There are semiconductor partners and there are consumer electronics manufacturing/marketing partners, which we're not discussing at this time. Inhouse, we're doing the complete core technology--actual chip design, library and API and tools development. We are doing a lot of sample code development, some title development. From a functional standpoint, it is difficult for a platform holder to be able to produce tools and not have some first-hand knowledge of how they work on real products. You need to test your own metal. It is the reason that Sony, Sega and Nintendo have always had internal product development.

Are consumer titles coming out of VM Labs?

Yes, there should be one or two around launch time. Jeff Minter is working on a sequel to his last major commercial product, Tempest 2000. Not sure what final form the product's going to take, or what the title will be yet, but Jeff will have something exciting and psychedelic for everyone. He will be done with product number one fairly soon.

What is the first product in Project X and when will it be issued?

Jeff's will be one of the first ones. The actual hardware release dates are up to our manufacturing partners. The one thing I will tell you is that we're not talking long-term. We began having discussions with software developers around November 1997. Because we are not the manufacturer, we're not at liberty to release dates of hardware partners. That's up to them.

Who are the "top half dozen or so consumer electronics companies in the world" that VM Labs is reportedly working with?

I know the game developers want names, but we're under NDA and the competition in the consumer electronics industry is even more competitive than in the videogame industry. In the videogame industry there are only three players--Sony, Sega, Nintendo. Microsoft has not been able to prove they can compete in the living room yet. In the consumer electronics industry there are many more players, and the stakes are much higher. They're very honestly not used to discussing products. With their products, there are no rumors. When products are ready, they are announced. The tradition in the videogame industry has been the exact opposite. Because of the traditions of the companies we're working with, the lack of info, the videogame users are forced to be frustrated, and we apologize for that. But when all's said and done, who's doing it, what the specs are, doesn't really matter.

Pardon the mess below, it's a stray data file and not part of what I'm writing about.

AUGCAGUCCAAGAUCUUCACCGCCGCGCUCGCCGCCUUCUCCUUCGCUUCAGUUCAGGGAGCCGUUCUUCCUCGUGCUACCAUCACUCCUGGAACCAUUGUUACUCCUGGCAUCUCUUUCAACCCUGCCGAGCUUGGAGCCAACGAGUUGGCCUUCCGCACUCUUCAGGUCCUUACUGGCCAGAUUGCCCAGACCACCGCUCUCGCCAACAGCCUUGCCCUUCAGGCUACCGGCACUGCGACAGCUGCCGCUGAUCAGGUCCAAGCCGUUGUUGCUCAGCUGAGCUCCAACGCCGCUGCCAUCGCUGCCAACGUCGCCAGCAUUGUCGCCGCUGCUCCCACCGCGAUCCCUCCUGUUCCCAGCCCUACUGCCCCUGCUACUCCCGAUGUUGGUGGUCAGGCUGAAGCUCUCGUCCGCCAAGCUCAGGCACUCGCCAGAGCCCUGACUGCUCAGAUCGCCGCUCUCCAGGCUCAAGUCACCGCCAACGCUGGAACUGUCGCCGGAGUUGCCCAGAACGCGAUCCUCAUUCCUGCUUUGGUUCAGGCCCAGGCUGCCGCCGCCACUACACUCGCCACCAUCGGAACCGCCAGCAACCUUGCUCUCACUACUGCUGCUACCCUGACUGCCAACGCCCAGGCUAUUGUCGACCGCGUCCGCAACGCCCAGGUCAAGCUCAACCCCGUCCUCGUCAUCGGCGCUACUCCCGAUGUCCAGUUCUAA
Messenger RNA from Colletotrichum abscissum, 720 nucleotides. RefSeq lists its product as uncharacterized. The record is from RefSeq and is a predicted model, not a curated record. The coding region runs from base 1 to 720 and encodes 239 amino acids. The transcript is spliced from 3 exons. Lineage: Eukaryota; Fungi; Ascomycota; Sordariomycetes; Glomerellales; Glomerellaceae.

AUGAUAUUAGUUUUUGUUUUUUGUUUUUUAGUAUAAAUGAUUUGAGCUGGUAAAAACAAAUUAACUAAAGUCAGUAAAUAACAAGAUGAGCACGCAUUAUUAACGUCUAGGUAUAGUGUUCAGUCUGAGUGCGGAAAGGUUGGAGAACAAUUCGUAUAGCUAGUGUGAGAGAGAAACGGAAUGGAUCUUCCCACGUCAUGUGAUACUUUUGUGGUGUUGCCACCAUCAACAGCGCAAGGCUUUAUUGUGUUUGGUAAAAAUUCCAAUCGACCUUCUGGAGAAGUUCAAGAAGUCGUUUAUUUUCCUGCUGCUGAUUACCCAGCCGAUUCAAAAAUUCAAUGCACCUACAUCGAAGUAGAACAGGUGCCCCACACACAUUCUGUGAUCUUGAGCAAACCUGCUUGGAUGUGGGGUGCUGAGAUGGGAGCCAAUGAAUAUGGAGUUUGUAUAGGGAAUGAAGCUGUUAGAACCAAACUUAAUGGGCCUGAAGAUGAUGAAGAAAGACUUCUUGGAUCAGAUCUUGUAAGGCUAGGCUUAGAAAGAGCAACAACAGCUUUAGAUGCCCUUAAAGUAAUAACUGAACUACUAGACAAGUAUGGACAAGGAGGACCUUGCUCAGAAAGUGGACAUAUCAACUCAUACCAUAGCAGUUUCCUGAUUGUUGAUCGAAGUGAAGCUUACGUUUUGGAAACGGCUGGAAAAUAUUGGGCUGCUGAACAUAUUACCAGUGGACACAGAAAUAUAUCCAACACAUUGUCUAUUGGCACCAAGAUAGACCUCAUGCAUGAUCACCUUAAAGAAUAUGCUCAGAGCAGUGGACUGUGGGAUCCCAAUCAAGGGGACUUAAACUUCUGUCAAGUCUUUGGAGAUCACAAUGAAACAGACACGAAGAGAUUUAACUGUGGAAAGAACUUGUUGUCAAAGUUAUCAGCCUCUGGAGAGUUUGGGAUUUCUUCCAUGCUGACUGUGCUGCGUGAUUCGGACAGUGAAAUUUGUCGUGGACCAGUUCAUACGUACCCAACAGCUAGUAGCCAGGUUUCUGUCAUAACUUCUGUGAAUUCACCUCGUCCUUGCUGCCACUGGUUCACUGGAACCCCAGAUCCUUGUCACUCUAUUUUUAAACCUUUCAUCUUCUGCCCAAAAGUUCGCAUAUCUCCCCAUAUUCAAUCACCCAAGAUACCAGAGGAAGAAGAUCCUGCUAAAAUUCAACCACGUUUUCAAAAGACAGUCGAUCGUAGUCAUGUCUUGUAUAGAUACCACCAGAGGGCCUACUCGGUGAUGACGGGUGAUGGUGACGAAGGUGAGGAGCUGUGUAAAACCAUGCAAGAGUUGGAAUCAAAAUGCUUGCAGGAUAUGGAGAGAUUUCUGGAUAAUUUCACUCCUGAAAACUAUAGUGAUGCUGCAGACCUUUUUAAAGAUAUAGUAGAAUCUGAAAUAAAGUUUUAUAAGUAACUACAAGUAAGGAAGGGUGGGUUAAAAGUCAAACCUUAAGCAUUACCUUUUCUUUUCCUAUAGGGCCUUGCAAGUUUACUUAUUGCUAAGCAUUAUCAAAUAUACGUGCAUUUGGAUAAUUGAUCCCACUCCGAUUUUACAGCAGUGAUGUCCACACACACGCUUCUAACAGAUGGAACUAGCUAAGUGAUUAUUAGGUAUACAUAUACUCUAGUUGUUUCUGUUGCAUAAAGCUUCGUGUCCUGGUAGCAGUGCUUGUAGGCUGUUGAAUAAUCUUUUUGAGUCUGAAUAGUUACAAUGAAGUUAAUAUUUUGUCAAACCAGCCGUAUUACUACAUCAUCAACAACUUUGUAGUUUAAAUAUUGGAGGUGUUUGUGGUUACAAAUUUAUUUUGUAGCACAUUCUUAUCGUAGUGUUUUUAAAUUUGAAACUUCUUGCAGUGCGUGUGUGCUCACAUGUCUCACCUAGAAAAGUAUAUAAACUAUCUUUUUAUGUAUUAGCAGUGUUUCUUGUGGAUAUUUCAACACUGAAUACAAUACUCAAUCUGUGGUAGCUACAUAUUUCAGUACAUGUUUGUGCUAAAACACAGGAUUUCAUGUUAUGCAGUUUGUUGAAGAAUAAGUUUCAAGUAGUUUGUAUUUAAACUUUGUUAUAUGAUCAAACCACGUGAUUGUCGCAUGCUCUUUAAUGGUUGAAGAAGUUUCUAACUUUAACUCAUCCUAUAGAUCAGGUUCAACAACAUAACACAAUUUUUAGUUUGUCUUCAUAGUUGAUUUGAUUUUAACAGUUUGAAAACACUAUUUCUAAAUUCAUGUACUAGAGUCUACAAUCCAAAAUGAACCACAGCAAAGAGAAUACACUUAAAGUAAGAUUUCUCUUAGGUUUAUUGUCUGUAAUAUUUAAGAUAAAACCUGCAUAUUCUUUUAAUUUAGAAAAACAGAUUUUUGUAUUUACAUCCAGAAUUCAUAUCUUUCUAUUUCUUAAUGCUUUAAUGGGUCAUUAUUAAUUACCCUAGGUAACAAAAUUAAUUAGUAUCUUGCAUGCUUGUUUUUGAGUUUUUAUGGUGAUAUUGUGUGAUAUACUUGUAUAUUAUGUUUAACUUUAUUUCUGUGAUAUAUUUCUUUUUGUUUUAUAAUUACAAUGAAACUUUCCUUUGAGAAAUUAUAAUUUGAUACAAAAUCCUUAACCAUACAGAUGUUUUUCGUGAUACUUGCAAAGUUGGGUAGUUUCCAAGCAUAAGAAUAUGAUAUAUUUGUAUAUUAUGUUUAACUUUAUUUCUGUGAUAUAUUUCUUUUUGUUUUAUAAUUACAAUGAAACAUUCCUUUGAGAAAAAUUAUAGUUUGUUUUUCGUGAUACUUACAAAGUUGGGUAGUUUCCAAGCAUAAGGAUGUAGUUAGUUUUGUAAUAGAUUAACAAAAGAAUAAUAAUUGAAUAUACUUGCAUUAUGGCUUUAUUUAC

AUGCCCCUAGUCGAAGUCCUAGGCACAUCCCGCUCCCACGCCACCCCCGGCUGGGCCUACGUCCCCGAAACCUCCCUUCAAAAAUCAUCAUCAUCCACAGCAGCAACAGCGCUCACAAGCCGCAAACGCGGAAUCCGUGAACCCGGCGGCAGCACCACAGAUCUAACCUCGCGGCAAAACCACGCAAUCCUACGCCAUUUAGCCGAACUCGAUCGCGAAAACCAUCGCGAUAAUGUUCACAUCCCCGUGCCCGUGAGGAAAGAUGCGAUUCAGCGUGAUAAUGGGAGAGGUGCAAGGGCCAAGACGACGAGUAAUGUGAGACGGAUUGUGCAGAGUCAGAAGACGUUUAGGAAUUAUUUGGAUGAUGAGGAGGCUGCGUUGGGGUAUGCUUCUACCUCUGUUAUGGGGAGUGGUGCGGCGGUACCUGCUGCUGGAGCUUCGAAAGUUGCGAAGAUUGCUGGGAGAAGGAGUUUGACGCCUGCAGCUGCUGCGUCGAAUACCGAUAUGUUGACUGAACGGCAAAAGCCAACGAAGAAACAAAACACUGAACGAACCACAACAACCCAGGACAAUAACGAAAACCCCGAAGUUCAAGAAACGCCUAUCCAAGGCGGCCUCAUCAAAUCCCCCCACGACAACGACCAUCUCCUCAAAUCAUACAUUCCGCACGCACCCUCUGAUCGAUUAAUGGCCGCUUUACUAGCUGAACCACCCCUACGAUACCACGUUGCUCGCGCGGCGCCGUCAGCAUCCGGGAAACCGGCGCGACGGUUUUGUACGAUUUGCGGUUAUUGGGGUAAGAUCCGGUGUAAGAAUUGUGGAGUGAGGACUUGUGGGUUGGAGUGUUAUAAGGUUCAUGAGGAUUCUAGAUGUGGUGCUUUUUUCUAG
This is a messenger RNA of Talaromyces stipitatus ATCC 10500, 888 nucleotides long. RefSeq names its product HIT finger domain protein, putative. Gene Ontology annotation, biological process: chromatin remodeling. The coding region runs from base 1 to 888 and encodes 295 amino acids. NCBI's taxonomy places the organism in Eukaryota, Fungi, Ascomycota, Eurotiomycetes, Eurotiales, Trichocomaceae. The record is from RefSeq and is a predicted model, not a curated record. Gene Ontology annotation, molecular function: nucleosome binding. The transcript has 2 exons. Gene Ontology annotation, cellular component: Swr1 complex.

Don't specs matter? Don't developers have to plan ahead?

Every single presentation we've done, every single demo we've done, I have always said, "I can talk specs until I'm blue in the face, I can show you the most gorgeous demos, but it doesn't matter until you get the hardware in your hands, you start writing code for it, and you start profiling your code, your routines, and your game." They agree. For instance, the original Dinosaur demo that was shown on PSX back in 9/95, there has not been a character in a PSX game that comes close to that quality. Even if you go back to the dawn of time on the Atari 800, Commodore 64, Commodore Amiga, or on the PC, demo software that doesn't have to do anything other than the limited stuff you see, does not properly reflect what's going to happen in a game. Even with respect to polygon count, number of textures etc, it's all marketing numbers. I don't think there's a developer out there who will argue with that fact. In every case, so far, where we have gotten a development system into programmers' hands, they have been more impressed with the real thing than the sales pitch. And that's all that's important.

Who is funding VM Labs/Project X?

We're privately funded.

What are the significant technical ways your product will differ from PSX, Saturn, N64?